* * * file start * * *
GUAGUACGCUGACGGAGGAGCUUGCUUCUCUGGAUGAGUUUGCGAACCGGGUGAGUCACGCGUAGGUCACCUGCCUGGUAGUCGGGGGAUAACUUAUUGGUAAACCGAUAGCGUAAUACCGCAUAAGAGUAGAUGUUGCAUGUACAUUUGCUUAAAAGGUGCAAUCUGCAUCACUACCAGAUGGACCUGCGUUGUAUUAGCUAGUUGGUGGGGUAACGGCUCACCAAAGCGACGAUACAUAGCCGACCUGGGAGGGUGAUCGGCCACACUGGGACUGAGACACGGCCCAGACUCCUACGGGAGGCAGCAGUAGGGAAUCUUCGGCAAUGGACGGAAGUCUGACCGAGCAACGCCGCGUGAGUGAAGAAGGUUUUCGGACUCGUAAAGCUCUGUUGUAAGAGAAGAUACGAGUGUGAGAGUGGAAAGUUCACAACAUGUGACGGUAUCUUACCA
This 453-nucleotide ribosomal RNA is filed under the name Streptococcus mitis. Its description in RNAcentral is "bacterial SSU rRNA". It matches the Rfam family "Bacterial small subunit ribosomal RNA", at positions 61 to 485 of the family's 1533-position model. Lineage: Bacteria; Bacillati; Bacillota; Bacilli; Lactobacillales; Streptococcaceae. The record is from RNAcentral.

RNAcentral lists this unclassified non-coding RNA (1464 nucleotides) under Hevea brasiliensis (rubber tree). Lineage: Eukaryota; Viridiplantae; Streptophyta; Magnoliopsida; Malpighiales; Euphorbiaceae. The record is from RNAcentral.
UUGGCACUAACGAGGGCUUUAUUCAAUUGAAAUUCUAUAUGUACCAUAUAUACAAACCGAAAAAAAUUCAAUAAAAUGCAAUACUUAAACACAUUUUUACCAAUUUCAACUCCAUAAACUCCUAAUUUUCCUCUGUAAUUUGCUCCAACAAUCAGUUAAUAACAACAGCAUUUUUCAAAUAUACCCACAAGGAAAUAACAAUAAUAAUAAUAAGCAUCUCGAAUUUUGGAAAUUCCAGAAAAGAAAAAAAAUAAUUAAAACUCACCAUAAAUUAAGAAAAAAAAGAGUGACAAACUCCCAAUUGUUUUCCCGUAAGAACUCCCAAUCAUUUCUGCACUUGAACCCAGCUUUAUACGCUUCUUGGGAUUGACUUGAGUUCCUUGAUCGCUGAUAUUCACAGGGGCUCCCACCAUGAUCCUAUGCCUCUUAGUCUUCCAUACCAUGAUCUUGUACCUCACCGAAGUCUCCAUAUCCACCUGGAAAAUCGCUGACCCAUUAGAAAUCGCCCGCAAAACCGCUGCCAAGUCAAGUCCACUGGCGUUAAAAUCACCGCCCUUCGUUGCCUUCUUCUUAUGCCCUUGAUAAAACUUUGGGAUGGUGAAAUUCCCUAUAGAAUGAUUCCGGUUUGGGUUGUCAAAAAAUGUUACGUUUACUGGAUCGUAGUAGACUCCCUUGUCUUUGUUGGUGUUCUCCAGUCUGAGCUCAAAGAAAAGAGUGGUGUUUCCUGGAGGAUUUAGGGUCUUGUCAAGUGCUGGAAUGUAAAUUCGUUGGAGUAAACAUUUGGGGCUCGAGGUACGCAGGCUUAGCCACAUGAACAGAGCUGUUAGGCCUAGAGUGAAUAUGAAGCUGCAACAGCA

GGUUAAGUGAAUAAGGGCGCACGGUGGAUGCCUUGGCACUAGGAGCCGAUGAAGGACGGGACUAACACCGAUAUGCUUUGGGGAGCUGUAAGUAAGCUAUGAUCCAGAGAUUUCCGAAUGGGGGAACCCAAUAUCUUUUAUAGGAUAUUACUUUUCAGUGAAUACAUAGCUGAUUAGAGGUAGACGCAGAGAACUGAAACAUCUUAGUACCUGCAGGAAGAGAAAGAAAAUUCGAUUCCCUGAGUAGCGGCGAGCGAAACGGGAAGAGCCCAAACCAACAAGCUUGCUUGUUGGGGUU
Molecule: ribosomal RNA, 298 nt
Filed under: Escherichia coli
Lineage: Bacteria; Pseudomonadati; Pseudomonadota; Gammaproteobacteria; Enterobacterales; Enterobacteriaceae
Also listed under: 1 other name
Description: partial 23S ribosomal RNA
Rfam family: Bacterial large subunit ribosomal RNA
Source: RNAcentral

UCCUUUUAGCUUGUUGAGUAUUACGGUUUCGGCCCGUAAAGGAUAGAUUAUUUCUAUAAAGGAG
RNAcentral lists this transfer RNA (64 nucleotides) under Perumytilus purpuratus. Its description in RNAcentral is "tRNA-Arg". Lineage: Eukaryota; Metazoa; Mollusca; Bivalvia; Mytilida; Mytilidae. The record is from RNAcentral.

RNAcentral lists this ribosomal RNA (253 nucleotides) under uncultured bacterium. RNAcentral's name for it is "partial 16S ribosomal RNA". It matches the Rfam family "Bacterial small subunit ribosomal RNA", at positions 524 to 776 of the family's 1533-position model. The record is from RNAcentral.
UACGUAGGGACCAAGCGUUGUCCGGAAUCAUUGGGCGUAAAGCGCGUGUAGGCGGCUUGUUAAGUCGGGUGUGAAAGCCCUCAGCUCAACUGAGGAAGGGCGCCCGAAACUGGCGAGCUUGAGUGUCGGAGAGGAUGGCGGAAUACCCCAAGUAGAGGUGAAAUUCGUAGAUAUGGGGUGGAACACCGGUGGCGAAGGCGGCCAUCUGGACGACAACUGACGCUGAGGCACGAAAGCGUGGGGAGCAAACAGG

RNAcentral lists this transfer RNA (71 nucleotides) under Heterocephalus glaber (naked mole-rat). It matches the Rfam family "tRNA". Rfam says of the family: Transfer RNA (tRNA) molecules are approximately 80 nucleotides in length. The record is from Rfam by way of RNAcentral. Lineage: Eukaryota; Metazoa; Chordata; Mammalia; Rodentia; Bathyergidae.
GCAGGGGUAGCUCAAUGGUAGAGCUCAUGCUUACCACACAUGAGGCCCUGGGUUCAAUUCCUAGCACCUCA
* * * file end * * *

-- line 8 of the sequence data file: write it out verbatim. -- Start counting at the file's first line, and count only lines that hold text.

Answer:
Lineage: Bacteria; Pseudomonadati; Pseudomonadota; Gammaproteobacteria; Enterobacterales; Enterobacteriaceae